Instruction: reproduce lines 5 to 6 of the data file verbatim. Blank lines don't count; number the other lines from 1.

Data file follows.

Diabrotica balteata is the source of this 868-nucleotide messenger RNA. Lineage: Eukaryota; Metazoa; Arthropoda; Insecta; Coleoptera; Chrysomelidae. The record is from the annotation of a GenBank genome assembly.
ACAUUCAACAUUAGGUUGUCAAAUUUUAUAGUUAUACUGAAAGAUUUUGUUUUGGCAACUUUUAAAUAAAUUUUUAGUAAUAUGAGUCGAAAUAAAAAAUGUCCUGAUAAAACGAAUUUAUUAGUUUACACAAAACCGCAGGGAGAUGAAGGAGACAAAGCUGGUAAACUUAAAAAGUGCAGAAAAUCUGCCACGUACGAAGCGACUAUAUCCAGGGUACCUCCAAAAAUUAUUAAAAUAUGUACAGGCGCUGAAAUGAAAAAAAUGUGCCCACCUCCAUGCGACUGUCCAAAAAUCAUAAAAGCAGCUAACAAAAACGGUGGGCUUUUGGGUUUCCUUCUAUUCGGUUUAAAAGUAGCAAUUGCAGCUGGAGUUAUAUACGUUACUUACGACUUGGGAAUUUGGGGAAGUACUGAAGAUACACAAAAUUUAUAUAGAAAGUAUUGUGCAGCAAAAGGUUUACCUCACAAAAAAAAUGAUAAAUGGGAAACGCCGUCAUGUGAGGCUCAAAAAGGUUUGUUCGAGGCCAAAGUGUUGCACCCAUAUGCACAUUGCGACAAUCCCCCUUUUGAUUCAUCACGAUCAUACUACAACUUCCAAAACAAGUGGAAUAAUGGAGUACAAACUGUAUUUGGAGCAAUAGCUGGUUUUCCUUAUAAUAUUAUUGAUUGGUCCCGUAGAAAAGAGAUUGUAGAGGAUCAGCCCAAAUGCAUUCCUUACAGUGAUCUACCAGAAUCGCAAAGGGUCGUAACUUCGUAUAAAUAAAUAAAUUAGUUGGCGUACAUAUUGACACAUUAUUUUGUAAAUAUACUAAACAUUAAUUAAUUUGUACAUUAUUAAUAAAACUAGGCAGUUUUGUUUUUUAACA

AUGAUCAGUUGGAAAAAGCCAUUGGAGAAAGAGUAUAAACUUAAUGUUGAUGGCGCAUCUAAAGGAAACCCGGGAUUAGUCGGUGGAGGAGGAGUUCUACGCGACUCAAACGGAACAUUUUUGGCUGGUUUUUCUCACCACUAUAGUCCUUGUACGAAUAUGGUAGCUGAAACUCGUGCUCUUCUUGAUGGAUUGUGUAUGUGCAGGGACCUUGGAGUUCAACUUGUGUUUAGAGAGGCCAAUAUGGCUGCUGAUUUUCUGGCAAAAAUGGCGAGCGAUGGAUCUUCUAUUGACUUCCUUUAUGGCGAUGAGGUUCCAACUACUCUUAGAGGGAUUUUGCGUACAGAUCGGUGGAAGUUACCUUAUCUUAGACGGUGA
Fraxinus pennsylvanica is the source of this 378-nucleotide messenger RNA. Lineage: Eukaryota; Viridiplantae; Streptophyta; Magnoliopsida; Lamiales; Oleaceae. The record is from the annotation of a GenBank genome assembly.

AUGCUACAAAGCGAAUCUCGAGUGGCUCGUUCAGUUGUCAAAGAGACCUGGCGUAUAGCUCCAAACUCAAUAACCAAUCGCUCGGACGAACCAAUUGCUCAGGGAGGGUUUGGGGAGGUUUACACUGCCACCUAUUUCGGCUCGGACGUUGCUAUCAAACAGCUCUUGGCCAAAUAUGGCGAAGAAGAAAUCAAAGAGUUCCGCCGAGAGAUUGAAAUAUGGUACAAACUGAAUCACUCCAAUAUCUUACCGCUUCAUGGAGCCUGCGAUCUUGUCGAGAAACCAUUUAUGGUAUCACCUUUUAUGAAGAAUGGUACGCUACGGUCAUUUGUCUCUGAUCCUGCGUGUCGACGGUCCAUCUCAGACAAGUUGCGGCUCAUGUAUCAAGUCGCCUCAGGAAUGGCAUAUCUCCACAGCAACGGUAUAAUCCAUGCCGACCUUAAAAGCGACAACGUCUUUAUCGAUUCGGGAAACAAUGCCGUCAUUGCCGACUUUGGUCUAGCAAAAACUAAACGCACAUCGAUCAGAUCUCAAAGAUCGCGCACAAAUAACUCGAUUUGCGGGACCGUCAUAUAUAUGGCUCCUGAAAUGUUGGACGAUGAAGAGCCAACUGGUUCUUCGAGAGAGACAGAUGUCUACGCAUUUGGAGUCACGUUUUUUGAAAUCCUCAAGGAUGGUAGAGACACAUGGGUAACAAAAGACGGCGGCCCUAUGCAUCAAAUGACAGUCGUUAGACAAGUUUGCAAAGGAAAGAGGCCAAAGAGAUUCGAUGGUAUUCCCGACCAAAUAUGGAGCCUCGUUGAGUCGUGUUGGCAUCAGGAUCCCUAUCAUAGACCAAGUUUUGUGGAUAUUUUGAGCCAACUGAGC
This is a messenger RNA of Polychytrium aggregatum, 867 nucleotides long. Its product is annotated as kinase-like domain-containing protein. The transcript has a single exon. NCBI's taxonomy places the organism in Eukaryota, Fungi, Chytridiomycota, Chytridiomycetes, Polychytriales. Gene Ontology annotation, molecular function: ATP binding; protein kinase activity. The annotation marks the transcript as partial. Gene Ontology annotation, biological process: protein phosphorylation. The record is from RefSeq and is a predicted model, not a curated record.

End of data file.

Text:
AUGCUACAAAGCGAAUCUCGAGUGGCUCGUUCAGUUGUCAAAGAGACCUGGCGUAUAGCUCCAAACUCAAUAACCAAUCGCUCGGACGAACCAAUUGCUCAGGGAGGGUUUGGGGAGGUUUACACUGCCACCUAUUUCGGCUCGGACGUUGCUAUCAAACAGCUCUUGGCCAAAUAUGGCGAAGAAGAAAUCAAAGAGUUCCGCCGAGAGAUUGAAAUAUGGUACAAACUGAAUCACUCCAAUAUCUUACCGCUUCAUGGAGCCUGCGAUCUUGUCGAGAAACCAUUUAUGGUAUCACCUUUUAUGAAGAAUGGUACGCUACGGUCAUUUGUCUCUGAUCCUGCGUGUCGACGGUCCAUCUCAGACAAGUUGCGGCUCAUGUAUCAAGUCGCCUCAGGAAUGGCAUAUCUCCACAGCAACGGUAUAAUCCAUGCCGACCUUAAAAGCGACAACGUCUUUAUCGAUUCGGGAAACAAUGCCGUCAUUGCCGACUUUGGUCUAGCAAAAACUAAACGCACAUCGAUCAGAUCUCAAAGAUCGCGCACAAAUAACUCGAUUUGCGGGACCGUCAUAUAUAUGGCUCCUGAAAUGUUGGACGAUGAAGAGCCAACUGGUUCUUCGAGAGAGACAGAUGUCUACGCAUUUGGAGUCACGUUUUUUGAAAUCCUCAAGGAUGGUAGAGACACAUGGGUAACAAAAGACGGCGGCCCUAUGCAUCAAAUGACAGUCGUUAGACAAGUUUGCAAAGGAAAGAGGCCAAAGAGAUUCGAUGGUAUUCCCGACCAAAUAUGGAGCCUCGUUGAGUCGUGUUGGCAUCAGGAUCCCUAUCAUAGACCAAGUUUUGUGGAUAUUUUGAGCCAACUGAGC
This is a messenger RNA of Polychytrium aggregatum, 867 nucleotides long. Its product is annotated as kinase-like domain-containing protein. The transcript has a single exon. NCBI's taxonomy places the organism in Eukaryota, Fungi, Chytridiomycota, Chytridiomycetes, Polychytriales. Gene Ontology annotation, molecular function: ATP binding; protein kinase activity. The annotation marks the transcript as partial. Gene Ontology annotation, biological process: protein phosphorylation. The record is from RefSeq and is a predicted model, not a curated record.